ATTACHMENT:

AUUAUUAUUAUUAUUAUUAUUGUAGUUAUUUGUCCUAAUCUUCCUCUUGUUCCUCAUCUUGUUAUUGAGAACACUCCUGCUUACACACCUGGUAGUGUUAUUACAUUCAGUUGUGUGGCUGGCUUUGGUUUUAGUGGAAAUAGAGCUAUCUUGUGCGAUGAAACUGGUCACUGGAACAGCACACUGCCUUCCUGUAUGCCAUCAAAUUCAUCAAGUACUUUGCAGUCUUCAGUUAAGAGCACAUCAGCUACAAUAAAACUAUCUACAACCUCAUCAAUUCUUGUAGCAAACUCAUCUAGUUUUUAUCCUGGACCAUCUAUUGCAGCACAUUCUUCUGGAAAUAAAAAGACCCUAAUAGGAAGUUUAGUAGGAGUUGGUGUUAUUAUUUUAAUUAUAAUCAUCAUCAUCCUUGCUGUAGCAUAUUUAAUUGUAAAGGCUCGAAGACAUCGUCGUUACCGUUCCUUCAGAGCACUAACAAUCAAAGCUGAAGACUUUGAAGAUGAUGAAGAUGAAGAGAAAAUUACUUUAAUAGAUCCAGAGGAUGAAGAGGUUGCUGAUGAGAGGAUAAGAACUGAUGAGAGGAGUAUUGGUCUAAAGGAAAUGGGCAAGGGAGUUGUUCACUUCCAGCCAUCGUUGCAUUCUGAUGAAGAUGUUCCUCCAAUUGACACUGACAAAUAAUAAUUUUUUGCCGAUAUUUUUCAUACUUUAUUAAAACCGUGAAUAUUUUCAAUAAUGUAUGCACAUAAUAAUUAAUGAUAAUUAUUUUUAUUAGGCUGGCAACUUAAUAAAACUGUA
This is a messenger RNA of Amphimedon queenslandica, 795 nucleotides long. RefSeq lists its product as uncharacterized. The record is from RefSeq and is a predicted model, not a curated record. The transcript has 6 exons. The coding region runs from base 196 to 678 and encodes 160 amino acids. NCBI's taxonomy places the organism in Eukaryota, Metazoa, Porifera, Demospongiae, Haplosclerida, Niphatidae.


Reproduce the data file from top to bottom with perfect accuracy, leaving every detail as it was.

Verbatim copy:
AUUAUUAUUAUUAUUAUUAUUGUAGUUAUUUGUCCUAAUCUUCCUCUUGUUCCUCAUCUUGUUAUUGAGAACACUCCUGCUUACACACCUGGUAGUGUUAUUACAUUCAGUUGUGUGGCUGGCUUUGGUUUUAGUGGAAAUAGAGCUAUCUUGUGCGAUGAAACUGGUCACUGGAACAGCACACUGCCUUCCUGUAUGCCAUCAAAUUCAUCAAGUACUUUGCAGUCUUCAGUUAAGAGCACAUCAGCUACAAUAAAACUAUCUACAACCUCAUCAAUUCUUGUAGCAAACUCAUCUAGUUUUUAUCCUGGACCAUCUAUUGCAGCACAUUCUUCUGGAAAUAAAAAGACCCUAAUAGGAAGUUUAGUAGGAGUUGGUGUUAUUAUUUUAAUUAUAAUCAUCAUCAUCCUUGCUGUAGCAUAUUUAAUUGUAAAGGCUCGAAGACAUCGUCGUUACCGUUCCUUCAGAGCACUAACAAUCAAAGCUGAAGACUUUGAAGAUGAUGAAGAUGAAGAGAAAAUUACUUUAAUAGAUCCAGAGGAUGAAGAGGUUGCUGAUGAGAGGAUAAGAACUGAUGAGAGGAGUAUUGGUCUAAAGGAAAUGGGCAAGGGAGUUGUUCACUUCCAGCCAUCGUUGCAUUCUGAUGAAGAUGUUCCUCCAAUUGACACUGACAAAUAAUAAUUUUUUGCCGAUAUUUUUCAUACUUUAUUAAAACCGUGAAUAUUUUCAAUAAUGUAUGCACAUAAUAAUUAAUGAUAAUUAUUUUUAUUAGGCUGGCAACUUAAUAAAACUGUA
This is a messenger RNA of Amphimedon queenslandica, 795 nucleotides long. RefSeq lists its product as uncharacterized. The record is from RefSeq and is a predicted model, not a curated record. The transcript has 6 exons. The coding region runs from base 196 to 678 and encodes 160 amino acids. NCBI's taxonomy places the organism in Eukaryota, Metazoa, Porifera, Demospongiae, Haplosclerida, Niphatidae.